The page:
By Dan Cronin and John Auers
“Crazy Train” is an all-time heavy metal classic rock song from British rock legend Ozzy Osbourne that can be found on his solo debut album “Blizzard of Ozz” released in 1980. The song is about the Cold War and the fear associated with a global nuclear conflict. While the current issues with limited takeaway capacity for crude being produced in Western Canada is certainly not as scary as the threat of a nuclear war, there certainly are many industry players in Western Canada who feel the politics associated with the issue echo the sentiment from “Crazy Train.” The seemingly never-ending protests and judicial challenges from anti-oil opponents, together with growing production and demand for that production has led to the logistical constraints and a standoff between opponents and proponents of bitumen development. Unprecedented intervention into the marketplace by the Alberta Government though mandated production cuts injects further uncertainty into the situation. Over the past few weeks we have written about one possible avenue to deal with the constraints while pipeline expansions remain delayed – the conversion of bitumen into PUB. In today’s blog, we look at a more immediate answer (and one in which the Alberta Government has also become directly involved in) – moving the bitumen out by rail. So, in the words of the “Prince of Darkness” – “All aboard! Hahahahahahahaaaa!”
Crude-by-Rail in Western Canada – Who and what’s to blame
It is irrefutable that the safest and most efficient way to transport crude oil out of Western Canada to market is via pipeline. Pipelines also represent the most environmentally friendly transportation method for Western Canadian crude from a Greenhouse Gas (GHG) emissions standpoint. Traditionally, as production continued to grow in Western Canada, pipeline capacity was able to keep pace with the incremental barrels; however, this all came to a screeching halt once the Keystone XL pipeline was successfully delayed by opponents. This watershed event then became the playbook for those looking to stop other pipelines that would service the oil patch in Western Canada.
Crude-by-rail (CBR) has traditionally been associated with a short time window – those investing in CBR typically looked for a payout of that investment relatively quickly as the general consensus was that the rail facility would become uneconomic once the necessary pipeline capacity was inevitably constructed. However, with pipelines continuing to battle through regulatory red tape and judicial challenges, producers have started relying more and more upon CBR to transport their incremental production out of Western Canada. The continuous delays in pipeline projects have created an environment where rail is considered by some producers as a longer-term investment and serves as “insurance” against the incessant pipeline capacity issues that have plagued Western Canada.
Significant rail capacity has already been built in Western Canada – we estimate at least 1.3 million bbls/day of rail-loading capacity is currently in place in the region. While this is well above the actual movements (the National Energy Board estimated ~326 KBPD of Canadian CBR exports took place in January 2019, a drop from the highwater mark of ~354 KBPD recorded in December 2018), other factors, such as the availability of rail cars and locomotives, have been a factor in limiting rail movements at times. Just as with their moves to curtail crude production and provide support for PUB development, the Alberta government has also become involved in the rail market by investing in the procurement of rail cars. As a result, the results of the upcoming elections (where the opposing parties have expressed significant differences on this issue) will be quite important in what comes next in the Western Canadian CBR environment.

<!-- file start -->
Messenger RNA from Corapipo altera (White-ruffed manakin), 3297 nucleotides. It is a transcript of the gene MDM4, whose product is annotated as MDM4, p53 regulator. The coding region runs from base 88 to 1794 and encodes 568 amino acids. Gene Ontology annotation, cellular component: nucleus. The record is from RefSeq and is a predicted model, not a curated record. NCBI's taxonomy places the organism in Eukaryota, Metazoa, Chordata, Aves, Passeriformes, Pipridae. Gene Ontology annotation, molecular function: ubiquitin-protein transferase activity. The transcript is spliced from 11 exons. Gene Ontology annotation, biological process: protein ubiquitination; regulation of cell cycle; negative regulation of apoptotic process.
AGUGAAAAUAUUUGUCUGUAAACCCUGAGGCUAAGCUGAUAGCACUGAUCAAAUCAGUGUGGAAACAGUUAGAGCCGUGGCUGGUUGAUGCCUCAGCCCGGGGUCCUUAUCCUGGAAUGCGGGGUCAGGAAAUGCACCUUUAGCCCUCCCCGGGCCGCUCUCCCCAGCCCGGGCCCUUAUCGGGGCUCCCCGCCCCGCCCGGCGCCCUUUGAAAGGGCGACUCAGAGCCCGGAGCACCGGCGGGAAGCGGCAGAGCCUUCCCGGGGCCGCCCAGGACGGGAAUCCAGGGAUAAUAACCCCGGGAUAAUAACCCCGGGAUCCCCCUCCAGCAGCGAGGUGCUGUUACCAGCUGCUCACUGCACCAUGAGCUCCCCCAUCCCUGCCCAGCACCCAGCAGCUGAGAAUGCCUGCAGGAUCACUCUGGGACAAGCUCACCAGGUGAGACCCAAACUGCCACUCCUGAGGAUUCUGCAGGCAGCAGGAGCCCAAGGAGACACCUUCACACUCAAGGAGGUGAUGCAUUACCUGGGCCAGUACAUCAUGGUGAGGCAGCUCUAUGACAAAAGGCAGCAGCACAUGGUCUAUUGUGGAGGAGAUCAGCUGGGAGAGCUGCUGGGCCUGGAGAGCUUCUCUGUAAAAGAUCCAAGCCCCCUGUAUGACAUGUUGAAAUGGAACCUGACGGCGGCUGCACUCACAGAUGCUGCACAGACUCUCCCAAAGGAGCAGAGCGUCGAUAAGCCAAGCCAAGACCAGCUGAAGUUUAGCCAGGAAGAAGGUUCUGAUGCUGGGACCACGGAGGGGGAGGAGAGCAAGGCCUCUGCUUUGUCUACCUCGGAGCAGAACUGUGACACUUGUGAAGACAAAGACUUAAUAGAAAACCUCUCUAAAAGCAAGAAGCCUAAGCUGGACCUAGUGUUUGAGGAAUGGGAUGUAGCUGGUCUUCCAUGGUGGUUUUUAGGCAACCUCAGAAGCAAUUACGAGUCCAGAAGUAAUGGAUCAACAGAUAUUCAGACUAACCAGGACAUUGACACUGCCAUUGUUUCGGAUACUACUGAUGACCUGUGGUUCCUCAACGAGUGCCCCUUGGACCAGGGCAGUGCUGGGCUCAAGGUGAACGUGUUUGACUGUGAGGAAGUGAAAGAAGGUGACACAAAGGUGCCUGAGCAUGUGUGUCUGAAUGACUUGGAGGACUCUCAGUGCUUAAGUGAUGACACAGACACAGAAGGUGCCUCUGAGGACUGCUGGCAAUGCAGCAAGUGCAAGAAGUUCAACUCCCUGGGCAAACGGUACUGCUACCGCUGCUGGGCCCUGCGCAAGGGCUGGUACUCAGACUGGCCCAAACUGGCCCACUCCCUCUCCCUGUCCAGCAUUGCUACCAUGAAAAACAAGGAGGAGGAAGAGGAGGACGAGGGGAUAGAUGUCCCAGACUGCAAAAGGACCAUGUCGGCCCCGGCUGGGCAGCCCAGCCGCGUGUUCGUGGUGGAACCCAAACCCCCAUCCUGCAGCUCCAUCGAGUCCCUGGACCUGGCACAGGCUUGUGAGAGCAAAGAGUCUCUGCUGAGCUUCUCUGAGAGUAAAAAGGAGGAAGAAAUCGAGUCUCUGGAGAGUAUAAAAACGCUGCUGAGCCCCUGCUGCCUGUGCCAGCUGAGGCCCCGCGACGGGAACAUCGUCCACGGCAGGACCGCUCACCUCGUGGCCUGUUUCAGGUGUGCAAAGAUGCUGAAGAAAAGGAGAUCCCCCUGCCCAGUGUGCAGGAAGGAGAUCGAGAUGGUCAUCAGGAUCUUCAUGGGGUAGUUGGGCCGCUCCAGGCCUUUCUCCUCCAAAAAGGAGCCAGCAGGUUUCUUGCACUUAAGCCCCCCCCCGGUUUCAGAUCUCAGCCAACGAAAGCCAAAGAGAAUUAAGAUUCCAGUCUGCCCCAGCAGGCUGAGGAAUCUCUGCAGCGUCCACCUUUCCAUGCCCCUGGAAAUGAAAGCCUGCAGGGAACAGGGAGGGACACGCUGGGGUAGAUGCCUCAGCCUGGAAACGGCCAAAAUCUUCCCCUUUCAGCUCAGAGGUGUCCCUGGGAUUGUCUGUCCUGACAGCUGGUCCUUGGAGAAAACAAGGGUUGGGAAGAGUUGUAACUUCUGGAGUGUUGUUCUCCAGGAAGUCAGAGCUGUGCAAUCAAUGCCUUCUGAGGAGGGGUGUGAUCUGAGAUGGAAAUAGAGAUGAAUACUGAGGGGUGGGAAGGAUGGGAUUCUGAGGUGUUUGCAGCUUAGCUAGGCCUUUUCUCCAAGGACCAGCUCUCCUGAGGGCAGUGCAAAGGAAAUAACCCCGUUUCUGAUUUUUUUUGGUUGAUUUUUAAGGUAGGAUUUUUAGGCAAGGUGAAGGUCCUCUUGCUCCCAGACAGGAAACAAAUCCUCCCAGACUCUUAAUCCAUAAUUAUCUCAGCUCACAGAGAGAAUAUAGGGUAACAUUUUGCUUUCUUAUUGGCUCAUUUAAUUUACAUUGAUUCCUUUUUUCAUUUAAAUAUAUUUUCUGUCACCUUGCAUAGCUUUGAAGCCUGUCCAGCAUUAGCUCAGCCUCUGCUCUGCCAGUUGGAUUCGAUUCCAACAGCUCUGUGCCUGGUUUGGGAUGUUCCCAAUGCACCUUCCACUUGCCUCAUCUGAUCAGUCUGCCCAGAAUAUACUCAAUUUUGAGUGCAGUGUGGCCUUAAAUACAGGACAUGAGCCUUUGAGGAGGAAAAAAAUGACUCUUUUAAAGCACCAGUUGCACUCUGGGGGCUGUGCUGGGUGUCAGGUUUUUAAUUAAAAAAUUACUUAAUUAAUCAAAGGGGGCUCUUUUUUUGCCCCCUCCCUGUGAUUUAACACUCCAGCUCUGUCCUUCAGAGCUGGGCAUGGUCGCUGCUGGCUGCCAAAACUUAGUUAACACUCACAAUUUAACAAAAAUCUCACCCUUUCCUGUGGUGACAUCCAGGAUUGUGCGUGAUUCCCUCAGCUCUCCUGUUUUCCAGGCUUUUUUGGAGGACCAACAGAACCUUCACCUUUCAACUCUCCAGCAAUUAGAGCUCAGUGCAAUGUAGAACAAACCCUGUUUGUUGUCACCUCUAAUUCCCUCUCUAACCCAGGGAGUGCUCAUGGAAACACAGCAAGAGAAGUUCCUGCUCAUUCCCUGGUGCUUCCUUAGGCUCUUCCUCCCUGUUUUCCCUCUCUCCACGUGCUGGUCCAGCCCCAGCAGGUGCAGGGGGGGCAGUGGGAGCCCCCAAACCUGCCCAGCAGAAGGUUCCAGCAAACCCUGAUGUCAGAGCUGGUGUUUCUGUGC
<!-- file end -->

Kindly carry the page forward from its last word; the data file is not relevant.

The Alberta Government’s CBR Initiative – “I’m living with something that just isn’t fair.”
As we stated in a recent blog that discussed the Alberta election, the New Democrat Party (NDP) led by Rachel Notley has been very active in supporting a CBR initiative, as shown by the following particulars:
- $C3.7 billion investment
- Leasing ~4,400 new rail cars
- 3-year term
- Shipments to start in July 2019 (120 KBPD capacity to be reached by 2020)
- Expected to generate $C5.9 billion in revenue
- Crude will be purchased and loaded onto rail cars at one of the 21 on-loading facilities in Alberta
Notley and the NDP feel that intervening in the market through the CBR program is the best path forward for Alberta. Jason Kenney, the leader of the United Conservative Party (UCP) is adamantly against the CBR deal signed by Notley and vows to cancel that deal if elected (latest polling data suggests that he will win the election, and it won’t even be close). While Kenney continues to indicate that he will cancel the rail deal if elected and we don’t doubt his intentions, the question is whether or not he will actually go ahead and follow through on this campaign promise.
The finer details of the existing Provincial CBR deal remain vague so it will be interesting to see if Kenney (if successfully elected), will go ahead and cancel this contract sight unseen. For a moment, put yourself in the position of the counterparty to the NDP when this deal was formulated and executed. As the counterparty, you know the polling situation that the NDP faces and you also know that if the UCP were to come to power (a likely outcome), that their intention is to cancel the CBR deal. With this in mind, one would expect to find very tough cancellation clauses in the contract and that the only economically rational decision might be to maintain such an agreement. While we are obviously speculating here, a scenario could occur where the UCP forms the next Government of Alberta and when reviewing details of the CBR deal, the UCP realizes that the most economically rational path forward is to actually adhere to the deal and not cancel it; however, rational decisions and political decisions are not always one and the same – it will be very interesting to see how this one key issue plays out.